Painting takes a lot more work and preparation than many realize. It all starts with surface preparation. At Vivian, LA's Town Hall we started by using a razor blade to scrape all the remaining tape off the door, removed the paper holder, then used our Milwaukee driver to remove the signs and kick plate. We then removed all the old adhesive and oils from the door with mineral spirits. Next, we washed the door with soapy water and did a final rinse with clean tap water. Finally, we taped the windows with 3M painters tape.
After the surface preparation, we were finally ready to begin painting. We used quality Valspar paint from Bauer's Hardware, locally owned, in Vivian, LA. We painted the door, then painted the trim on the surrounding windows. After individually painting each window pane, we promptly removed the painters tape to ensure the paint. Should the paint dry before you remove the tape, you will most likely pull off some paint from the trim, leading to unnecessary touch-ups. When the paint dried, we installed a new kick plate, also purchased from Bauer's Hardware, reattached the sign with screws, and used double-sided 3M adhesive tabs to adhere the paper holder.
It's important to protect the exterior wood in our homes from rot. This requires attention to water flow and splashing during storms, as well as, regular maintenance. Ensure there is no exterior wood enduring excessive exposure to water during rains. Any issues of water flow can be remedied with water diversion devices such as gutters. Also, one should ensure that the paint and caulk sealing exterior wood stays in good condition, re-caulking and painting as needed. The roof on this home funneled most rainwater down the back onto the patio, causing rainwater to splash heavily against the frame of the back door and windows. Over time, this led to the rotting of the structure. Gutters were installed to funnel water through the backyard and into the drainage ditch behind the home.
Due to excessive water splashing on exterior wood, the door frame depicted below experienced deterioration due to rot. There was also a double paned window on top that had cracked from frameshift. Left untreated, this would eventually lead to the failure of the frame's structure and continued window breakage, as well as additional water damage to the structure of the home. After installing gutters to remedy the water flow issues, an oscillating tool was used to cut out all wood with any sign of rot. I then rebuilt the structure, matching existing ornamentation, replaced the door seal and jamb, replaced the cracked window pane with a new double paned and gas filled window pane, then caulked the repairs, and primed using KILZ 2 to protect the new structure from the elements.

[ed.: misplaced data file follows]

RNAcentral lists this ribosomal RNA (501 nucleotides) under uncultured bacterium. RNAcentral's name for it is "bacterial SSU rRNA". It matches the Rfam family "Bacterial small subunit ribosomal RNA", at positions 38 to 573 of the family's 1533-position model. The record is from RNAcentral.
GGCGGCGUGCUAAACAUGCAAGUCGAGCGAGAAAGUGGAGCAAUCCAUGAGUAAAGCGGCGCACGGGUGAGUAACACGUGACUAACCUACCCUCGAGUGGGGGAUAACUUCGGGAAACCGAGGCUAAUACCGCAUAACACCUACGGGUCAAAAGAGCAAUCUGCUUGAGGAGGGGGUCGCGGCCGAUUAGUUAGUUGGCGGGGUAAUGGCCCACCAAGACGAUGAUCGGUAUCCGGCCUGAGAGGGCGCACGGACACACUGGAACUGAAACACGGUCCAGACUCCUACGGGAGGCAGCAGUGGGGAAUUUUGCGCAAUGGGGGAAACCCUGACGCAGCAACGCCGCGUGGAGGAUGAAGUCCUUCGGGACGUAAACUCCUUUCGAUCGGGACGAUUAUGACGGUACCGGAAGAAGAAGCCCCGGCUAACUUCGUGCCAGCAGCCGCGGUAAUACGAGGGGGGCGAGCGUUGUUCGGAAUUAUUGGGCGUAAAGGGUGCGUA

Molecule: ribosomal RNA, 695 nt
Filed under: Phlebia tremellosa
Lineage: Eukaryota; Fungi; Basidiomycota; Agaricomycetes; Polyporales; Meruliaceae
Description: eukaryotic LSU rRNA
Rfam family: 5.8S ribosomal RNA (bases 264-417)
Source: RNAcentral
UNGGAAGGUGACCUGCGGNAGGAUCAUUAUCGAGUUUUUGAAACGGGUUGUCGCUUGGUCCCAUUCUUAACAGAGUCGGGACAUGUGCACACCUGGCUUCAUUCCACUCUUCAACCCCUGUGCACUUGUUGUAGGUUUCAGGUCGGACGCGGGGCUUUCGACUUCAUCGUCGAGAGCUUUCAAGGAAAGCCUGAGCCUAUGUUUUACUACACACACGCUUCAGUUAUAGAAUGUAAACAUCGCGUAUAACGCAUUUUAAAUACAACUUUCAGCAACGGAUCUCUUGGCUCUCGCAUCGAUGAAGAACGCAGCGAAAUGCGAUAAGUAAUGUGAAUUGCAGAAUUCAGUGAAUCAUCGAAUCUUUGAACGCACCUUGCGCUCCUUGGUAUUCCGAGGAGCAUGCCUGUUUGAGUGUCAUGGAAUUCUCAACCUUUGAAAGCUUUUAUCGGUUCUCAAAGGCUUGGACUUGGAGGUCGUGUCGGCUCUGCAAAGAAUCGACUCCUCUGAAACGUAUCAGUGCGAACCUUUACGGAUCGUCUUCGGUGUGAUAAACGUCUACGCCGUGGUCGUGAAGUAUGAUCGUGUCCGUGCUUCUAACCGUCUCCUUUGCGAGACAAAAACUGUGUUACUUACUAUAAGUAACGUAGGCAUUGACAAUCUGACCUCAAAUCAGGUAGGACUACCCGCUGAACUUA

For a fun change of pace, I decided to refinish this bench for my sister. The bench was completely disassembled. Next, all the wood was sanded and all the rust was sanded off the existing hardware. The frame also received a light sanding and was pressure washed. The sanded wood then had two coats of polyurethane applied, while the frame and existing hardware was sprayed black with a Rust-Oleum brand protective enamel paint. Finally the bench was reassembled. I knew it turned out well when I didn't have any pieces left over and the bench not only looked better, but was much more structurally sound than it was prior to disassembly.
Soffit is the material that forms a ceiling on the facade of a home, not only for aesthetics, but also to provide a barrier to pests and the elements. Quite often, as the result of a leaky roof, a home's soffit can become water-logged and damaged. When this happens, it is important to ensure all rot is removed. If the existing structure is rotten, it must be replaced. Depicted below are soffit jobs that I have completed.
Today's shower arms are fairly standard, consisting of a bent piece of pipe threaded on both ends, however this was not the case for shower arms manufactured around the 1960's. These earlier shower arms often had a bulb on the end with a hole for water flow. You can see this on the right end of the removed shower arm depicted in the image below. Adapters are available for these old style shower arms, but these adapters are all too often prone to leakage. Why not just replace the whole shower arm with a new style shower arm? The task may seem daunting, but with proper attention to detail and the right tools, it can be easily overcome. This shower arm ended up being quite difficult to remove. This being the case, I applied penetrating oil to the pipe going into the wall to penetrate into the threads and help me free the existing shower arm. I allowed the oil to penetrate for about half an hour and then using a good pair of vice grips, I was able to remove the old arm without damage to the existing structure. After this, I simply applied a small amount of thread seal tape to the end of the shower arm and screwed it into the existing structure. Finally, I again applied a small amount of thread seal tape to the other end and screwed on the new shower head. Easy breezy!
I decided to replace the existing dishwasher with mine as it is a nice model with stainless interior, bottle wash, and sanitize capabilities. Also, the existing dishwasher would shock me when I touched it. After removing the old dishwasher, I replaced the electrical wire with the one connected to the new dishwasher. I also replaced the copper plumbing with a steel-braided hose. Minutes into the new dishwasher's first cycle, I noticed water spilling out the bottom. The leak was traced to a failed drainage hose. I then removed the dishwasher and replaced the hose with a section of reinforced hose and reinstalled the new dishwasher. Working like a dream now and no leaks!